The appearance of the Angkor Wat temple site was not surprising, but the massiveness of the entire complex was not expected. Nor were the thousands of Chinese and Korean tourists that flooded the area, in part due to the Chinese New Year holiday, but also because it was a good, dry time of year to visit. I predict UNESCO will have to step in and put in place more restrictions. They are doubling the entrance fee next week, but I think they will need to limit daily visitors and ban selfie sticks!
The Bayon Temple with its massive stone faces was surreal. The number of faces seems to be in dispute, but it’s safe to say there are more than 150 and maybe as many as 200. Photos cannot accurately convey the size and perspective found here.
Angkor Wat is surrounded by a massive moat, and the causeways are lined with the body of a large stone snake, Naga, culminating in multi-headed fanfare at each entrance.
Seeing Angkor Wat was incredible, but I actually loved the overgrown ruins of Ta Prohm the best. Even with the hordes of visitors, it wasn’t hard to block them out and imagine what it must’ve been like to discover these incredible structures deep in the jungle. This location was the site of filming for the Angelina Jolie movie Lara Croft, Tomb Raider. The complex was constructed by Khmer King Jayavarman VII as a Buddhist monastery and university.
That info immediately brings to mind the great Mayan learning center of Palenque – so let’s put this into perspective. Deep in the jungle of Chiapas, Mexico, Palenque dates from 200, with its major period being from 600-900. So these great civilizations and centers of learning were contemporary for a few hundred years. Of note, Palenque features architectural elements unusual for the area, including the use of the lotus flower, so key in Asian sites. In case you were wondering, the Inca’s Machu Picchu is much more recent – built in 1450.
I will now read more about these amazing structures and watch for news of what the new excavations will reveal.
The image of locals bicycling around Vietnam is a thing of the past – now they are on motor-scooters. Sometimes as many as 6 people, an entire family, are on one; mothers are bottle-feeding children, workers are making deliveries; lots of riders are hauling large plants for the New Year. Well-behaved children smile and wave, geese try to escape, riders don’t seem to worry about their often-precarious loads. Some look like students, many like average workers, and others are quite dressed-up, women even wearing high heels; almost everyone wears a mask against the dust and pollution, and helmets are now required, but not one had any sort of otherwise protective clothing.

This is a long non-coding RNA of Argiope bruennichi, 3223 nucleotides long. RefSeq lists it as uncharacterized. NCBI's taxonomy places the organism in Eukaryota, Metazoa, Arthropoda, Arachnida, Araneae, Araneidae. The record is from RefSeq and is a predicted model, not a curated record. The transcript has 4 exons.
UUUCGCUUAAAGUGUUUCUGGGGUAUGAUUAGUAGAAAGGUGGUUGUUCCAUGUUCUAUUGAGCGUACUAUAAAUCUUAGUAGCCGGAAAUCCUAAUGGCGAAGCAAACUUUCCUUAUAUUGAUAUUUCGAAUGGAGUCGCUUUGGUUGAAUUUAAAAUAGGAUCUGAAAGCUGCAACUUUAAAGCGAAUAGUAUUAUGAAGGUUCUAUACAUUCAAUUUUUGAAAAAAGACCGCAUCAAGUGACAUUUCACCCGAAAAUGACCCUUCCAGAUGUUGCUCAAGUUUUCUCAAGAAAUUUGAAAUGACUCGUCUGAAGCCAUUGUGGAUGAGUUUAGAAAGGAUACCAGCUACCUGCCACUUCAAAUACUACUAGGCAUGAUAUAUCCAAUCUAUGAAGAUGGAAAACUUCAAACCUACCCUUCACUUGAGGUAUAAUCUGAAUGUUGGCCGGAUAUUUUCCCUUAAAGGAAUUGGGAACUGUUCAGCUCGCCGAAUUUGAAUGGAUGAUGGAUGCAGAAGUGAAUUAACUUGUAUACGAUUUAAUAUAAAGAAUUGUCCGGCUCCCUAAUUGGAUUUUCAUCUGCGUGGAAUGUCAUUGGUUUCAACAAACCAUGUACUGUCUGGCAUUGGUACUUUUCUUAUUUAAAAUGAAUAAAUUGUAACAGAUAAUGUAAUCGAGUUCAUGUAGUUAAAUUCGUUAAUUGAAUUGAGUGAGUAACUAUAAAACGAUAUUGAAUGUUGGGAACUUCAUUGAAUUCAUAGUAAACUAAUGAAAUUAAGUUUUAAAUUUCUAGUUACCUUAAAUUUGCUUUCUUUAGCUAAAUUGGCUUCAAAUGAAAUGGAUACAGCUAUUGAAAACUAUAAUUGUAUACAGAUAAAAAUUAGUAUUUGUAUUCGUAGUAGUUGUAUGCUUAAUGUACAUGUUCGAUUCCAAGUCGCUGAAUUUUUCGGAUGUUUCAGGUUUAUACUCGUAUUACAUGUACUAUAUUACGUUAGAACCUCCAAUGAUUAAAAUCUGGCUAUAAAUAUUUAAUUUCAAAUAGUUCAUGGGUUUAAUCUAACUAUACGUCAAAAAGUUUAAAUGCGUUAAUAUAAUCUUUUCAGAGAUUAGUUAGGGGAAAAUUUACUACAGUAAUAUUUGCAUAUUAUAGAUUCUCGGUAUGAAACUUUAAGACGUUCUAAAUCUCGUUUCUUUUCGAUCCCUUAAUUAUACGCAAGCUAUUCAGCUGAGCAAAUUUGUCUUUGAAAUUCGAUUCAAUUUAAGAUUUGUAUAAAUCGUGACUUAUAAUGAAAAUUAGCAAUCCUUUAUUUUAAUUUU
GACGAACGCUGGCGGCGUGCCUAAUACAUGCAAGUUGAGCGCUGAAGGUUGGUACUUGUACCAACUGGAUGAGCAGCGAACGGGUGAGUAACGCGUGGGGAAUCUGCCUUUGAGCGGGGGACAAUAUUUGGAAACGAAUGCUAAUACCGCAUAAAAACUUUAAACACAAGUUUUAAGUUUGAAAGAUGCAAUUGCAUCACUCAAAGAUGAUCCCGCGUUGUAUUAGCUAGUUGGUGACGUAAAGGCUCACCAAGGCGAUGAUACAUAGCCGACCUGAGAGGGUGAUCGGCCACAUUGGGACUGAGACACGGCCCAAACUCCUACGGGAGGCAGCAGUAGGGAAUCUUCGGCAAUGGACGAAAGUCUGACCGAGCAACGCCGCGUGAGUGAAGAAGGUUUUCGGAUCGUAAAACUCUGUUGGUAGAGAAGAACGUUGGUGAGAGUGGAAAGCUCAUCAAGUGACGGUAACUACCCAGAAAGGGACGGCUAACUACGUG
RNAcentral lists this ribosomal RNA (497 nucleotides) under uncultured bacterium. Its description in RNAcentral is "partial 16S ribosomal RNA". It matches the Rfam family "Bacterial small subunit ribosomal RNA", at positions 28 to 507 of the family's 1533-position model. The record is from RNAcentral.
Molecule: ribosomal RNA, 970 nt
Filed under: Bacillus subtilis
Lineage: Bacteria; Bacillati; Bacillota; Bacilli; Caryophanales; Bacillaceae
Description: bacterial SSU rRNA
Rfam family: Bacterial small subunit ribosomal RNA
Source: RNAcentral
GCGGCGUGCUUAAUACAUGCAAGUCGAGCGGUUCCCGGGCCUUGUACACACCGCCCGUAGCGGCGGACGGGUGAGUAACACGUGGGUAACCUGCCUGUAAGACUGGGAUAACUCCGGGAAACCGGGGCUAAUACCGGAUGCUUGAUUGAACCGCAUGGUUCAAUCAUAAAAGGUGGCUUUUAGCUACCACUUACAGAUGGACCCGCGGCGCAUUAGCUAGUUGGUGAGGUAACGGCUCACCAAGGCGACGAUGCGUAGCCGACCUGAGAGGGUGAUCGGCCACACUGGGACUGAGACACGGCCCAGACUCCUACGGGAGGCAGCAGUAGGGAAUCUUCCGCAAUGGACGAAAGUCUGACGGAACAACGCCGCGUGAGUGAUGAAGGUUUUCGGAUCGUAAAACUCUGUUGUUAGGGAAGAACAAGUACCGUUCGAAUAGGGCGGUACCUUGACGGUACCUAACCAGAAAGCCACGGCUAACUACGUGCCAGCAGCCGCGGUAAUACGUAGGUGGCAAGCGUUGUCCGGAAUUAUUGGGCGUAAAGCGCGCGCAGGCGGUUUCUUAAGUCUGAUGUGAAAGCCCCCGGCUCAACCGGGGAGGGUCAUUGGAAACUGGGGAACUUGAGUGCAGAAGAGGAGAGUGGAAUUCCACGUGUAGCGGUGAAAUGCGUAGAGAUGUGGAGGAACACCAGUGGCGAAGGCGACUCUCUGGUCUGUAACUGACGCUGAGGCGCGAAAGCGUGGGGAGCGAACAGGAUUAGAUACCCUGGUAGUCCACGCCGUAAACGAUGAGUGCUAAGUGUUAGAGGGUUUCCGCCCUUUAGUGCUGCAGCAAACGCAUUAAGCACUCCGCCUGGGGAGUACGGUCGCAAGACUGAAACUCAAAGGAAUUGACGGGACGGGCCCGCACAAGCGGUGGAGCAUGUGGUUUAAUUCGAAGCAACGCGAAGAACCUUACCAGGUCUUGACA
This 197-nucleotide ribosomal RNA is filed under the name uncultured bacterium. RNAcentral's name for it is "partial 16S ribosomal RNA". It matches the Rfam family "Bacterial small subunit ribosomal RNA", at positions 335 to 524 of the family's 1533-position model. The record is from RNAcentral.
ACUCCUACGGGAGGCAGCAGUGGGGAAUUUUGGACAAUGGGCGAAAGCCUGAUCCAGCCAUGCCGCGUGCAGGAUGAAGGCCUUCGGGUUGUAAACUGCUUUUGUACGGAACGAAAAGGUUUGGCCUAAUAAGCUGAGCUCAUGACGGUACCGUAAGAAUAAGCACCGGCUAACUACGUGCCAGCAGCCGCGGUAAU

As we journeyed out of Saigon/Ho Chi Minh City to and from the Mekong Delta, it became an obsession with us, and everyone in our group, to marvel at the massive tide of motor-scooter riders leaving the city for the holiday. They were in every direction, sometimes even in our lane of traffic, coming straight at us.
We loved getting out of the industrial city of Saigon, Vietnam’s largest city. The rural countryside was green, the sky blue and air fresh. From the Mekong River village of My Tho, we boarded a boat to visit a few local island family businesses and sample the locally produced honey, bee pollen, coconut candy and fruit. We also rode in a four-passenger sampan through a crowed canal back to the larger river. It was very entertaining and interesting. The young teen and older man who paddled our sampan worked hard.
The river is crowded with colorful fishing boats and all sorts of lively boat traffic. After leaving the river, we stopped for a traditional Vietnamese lunch that included “Elephant Ear” fish from the river and fish soup. Unlike some in our group, my husband and I were undaunted by having a whole quick-fried fish placed in front of us, and enjoyed the delicious rolls made with rice paper, the firm fish, noodles and very thin slices of mango (I think it was mango); we did ask our server to leave out the lettuce.
Then back to putting our lives in the hands of our bus driver for the mad-cap ride back to the port. Getting drenched running through a pop-up rainstorm to get on our ship, we barely made it back for the ship to depart on time and make it under the bridge before high tide. And then, as fast as it came, the rain was gone and we were enjoying the view, as the Azamara Journey sailed south on the Saigon River.